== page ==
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You may have heard know-it-all photographers gnawing over an image, referring to it either as flat or, on the other side of the scale, too contrasty – but what exactly do they mean?

Understanding contrast

Essentially, they’re describing one of the biggest differentiating factors between ordinary and extraordinary photos. Contrast is the difference between the dark and light areas in a photograph. Ideally blacks should be nice and deep and the highlights should be a crisp white. When there isn’t enough contrast, blacks tend to be a little muddy or grey and/ or whites aren’t quite white enough. These shots appear less distinct and colours tend to be muted.

So how do you manage contrast when you’re out shooting? The first step is to recognise a flat scene, such as a landscape on an overcast day. When shooting in these conditions, try to underexpose by between a third and two-thirds of a stop, as digital images store more information in the darker areas than the lighter spots. This means you’ll be able to bring out information in the darker areas when processing the image, allowing you to increase the contrast. It’s best to set your camera on RAW and process the images in your digital darkroom after shooting.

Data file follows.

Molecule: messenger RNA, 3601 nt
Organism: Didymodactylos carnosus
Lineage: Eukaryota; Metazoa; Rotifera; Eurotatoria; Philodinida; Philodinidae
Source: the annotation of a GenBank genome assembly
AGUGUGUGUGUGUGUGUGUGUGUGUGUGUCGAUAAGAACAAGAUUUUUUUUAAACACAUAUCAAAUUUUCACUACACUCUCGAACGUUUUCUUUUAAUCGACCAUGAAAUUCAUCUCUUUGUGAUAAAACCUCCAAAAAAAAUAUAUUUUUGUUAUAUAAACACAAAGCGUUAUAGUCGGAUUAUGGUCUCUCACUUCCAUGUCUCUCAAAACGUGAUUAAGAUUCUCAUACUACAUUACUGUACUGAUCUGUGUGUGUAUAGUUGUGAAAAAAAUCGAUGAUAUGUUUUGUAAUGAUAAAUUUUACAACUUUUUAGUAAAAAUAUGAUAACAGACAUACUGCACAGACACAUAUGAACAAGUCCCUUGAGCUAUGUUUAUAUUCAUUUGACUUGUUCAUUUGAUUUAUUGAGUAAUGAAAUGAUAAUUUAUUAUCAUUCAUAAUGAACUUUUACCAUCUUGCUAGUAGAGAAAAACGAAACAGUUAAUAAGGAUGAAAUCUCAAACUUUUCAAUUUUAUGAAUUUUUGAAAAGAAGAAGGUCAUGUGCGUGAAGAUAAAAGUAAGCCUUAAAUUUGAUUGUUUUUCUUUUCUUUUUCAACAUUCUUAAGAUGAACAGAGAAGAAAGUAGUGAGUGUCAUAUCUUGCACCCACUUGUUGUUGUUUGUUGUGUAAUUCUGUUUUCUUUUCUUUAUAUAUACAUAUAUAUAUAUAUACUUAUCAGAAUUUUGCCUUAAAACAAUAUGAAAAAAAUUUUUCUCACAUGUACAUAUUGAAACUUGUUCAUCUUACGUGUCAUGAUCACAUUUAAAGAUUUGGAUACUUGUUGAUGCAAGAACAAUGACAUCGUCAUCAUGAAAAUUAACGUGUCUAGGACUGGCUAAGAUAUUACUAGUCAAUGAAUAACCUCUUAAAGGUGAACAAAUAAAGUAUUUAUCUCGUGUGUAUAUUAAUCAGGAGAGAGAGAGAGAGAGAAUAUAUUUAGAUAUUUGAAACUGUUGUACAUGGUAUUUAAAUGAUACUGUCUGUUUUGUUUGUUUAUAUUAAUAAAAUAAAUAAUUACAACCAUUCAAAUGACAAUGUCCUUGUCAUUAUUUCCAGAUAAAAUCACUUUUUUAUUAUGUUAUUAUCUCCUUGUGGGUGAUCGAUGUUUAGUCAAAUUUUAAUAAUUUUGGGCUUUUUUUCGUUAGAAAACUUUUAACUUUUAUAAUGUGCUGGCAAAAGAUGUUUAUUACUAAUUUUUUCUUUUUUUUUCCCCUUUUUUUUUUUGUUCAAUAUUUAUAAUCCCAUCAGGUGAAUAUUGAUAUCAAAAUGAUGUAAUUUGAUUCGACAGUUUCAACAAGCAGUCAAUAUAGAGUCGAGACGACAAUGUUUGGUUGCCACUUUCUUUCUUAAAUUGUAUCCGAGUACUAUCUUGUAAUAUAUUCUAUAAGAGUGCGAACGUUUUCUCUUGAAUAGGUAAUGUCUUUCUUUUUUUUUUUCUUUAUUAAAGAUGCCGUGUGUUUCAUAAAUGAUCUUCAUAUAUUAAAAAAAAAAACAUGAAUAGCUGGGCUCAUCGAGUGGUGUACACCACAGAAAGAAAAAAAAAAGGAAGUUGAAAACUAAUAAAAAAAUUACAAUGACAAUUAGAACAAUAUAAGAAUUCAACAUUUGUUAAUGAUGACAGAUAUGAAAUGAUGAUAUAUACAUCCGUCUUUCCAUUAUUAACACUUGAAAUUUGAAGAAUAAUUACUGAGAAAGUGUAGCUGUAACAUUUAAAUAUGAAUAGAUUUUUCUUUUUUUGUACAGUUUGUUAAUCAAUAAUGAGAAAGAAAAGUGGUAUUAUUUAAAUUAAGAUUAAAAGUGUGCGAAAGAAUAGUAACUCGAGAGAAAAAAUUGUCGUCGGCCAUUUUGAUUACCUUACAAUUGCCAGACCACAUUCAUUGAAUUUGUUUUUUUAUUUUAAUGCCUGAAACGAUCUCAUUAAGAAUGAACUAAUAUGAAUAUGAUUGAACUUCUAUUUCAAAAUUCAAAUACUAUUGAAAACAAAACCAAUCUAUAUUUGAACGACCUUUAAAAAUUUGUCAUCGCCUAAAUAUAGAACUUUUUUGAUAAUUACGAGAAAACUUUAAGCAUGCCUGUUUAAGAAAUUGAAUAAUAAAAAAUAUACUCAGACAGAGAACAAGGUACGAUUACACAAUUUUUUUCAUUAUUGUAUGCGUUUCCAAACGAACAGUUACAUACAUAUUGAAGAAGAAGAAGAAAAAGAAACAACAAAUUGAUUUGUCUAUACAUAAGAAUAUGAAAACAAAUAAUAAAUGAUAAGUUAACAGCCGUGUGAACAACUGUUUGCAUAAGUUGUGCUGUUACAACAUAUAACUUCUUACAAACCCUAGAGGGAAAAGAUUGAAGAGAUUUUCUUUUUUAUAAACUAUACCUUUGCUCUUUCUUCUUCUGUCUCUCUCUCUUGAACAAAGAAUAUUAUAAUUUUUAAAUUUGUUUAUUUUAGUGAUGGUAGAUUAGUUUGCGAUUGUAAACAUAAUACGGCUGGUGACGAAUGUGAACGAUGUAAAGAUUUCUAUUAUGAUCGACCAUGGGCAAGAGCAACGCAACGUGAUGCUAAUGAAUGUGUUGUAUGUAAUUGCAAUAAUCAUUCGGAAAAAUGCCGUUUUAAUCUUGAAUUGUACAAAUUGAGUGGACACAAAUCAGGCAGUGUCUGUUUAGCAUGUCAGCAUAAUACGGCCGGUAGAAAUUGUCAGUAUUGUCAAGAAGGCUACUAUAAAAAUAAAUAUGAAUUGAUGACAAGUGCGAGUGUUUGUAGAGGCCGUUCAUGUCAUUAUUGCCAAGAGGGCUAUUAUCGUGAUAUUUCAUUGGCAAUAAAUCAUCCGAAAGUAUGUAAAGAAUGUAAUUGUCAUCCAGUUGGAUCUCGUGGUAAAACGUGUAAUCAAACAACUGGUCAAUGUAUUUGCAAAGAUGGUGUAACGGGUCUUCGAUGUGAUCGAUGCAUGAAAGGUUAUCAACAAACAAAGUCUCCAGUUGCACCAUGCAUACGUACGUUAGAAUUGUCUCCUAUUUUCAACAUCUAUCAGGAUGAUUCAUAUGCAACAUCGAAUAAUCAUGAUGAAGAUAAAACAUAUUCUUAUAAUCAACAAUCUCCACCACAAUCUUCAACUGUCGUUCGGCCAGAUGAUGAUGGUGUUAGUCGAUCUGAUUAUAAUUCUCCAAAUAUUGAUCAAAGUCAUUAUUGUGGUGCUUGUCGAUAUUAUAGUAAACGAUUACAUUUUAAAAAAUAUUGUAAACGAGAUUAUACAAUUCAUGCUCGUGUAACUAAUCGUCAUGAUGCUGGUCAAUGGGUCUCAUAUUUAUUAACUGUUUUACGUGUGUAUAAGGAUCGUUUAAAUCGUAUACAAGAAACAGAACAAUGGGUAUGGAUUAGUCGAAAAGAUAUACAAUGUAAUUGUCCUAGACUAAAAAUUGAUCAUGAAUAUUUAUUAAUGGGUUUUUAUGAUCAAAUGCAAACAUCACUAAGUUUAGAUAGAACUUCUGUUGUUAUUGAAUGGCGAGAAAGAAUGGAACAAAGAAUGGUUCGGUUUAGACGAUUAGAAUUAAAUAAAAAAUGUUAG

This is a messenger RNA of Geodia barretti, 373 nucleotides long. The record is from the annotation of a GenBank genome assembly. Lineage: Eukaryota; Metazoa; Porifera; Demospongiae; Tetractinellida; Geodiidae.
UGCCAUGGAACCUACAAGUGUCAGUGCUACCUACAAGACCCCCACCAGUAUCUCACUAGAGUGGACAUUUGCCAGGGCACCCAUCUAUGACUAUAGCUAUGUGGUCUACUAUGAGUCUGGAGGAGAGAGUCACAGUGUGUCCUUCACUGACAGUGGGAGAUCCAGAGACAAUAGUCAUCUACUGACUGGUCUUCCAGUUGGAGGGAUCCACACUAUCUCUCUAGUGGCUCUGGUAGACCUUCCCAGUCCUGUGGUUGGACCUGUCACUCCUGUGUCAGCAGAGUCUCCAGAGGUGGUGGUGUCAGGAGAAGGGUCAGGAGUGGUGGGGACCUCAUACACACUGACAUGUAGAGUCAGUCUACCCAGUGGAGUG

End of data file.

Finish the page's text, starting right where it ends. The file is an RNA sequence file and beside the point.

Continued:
It’s also worth carrying a few neutral-density, graduated filters in the field or learning how to add them in a digital darkroom later to help you manipulate the image by burning in certain areas and holding back others to deliver a vibrant final image with balanced contrast between light and dark.

Striking the balance is important and being able to recognise a flat picture is critical to your ability to produce a fabulous final image. One of the best ways of learning is to experiment using processing software, but beware of overdoing your adjustments; as with most things in image processing, changes to contrast should be made in moderation.


About the example above
The effects of playing with contrast can be easily seen when looking at these two images. They are exactly the same picture but the one on the left has had most of the contrast removed while on the right contrast has been accentuated in the digital darkroom. Notice how the image which lacks contrast is dull and grey with little detail definition.

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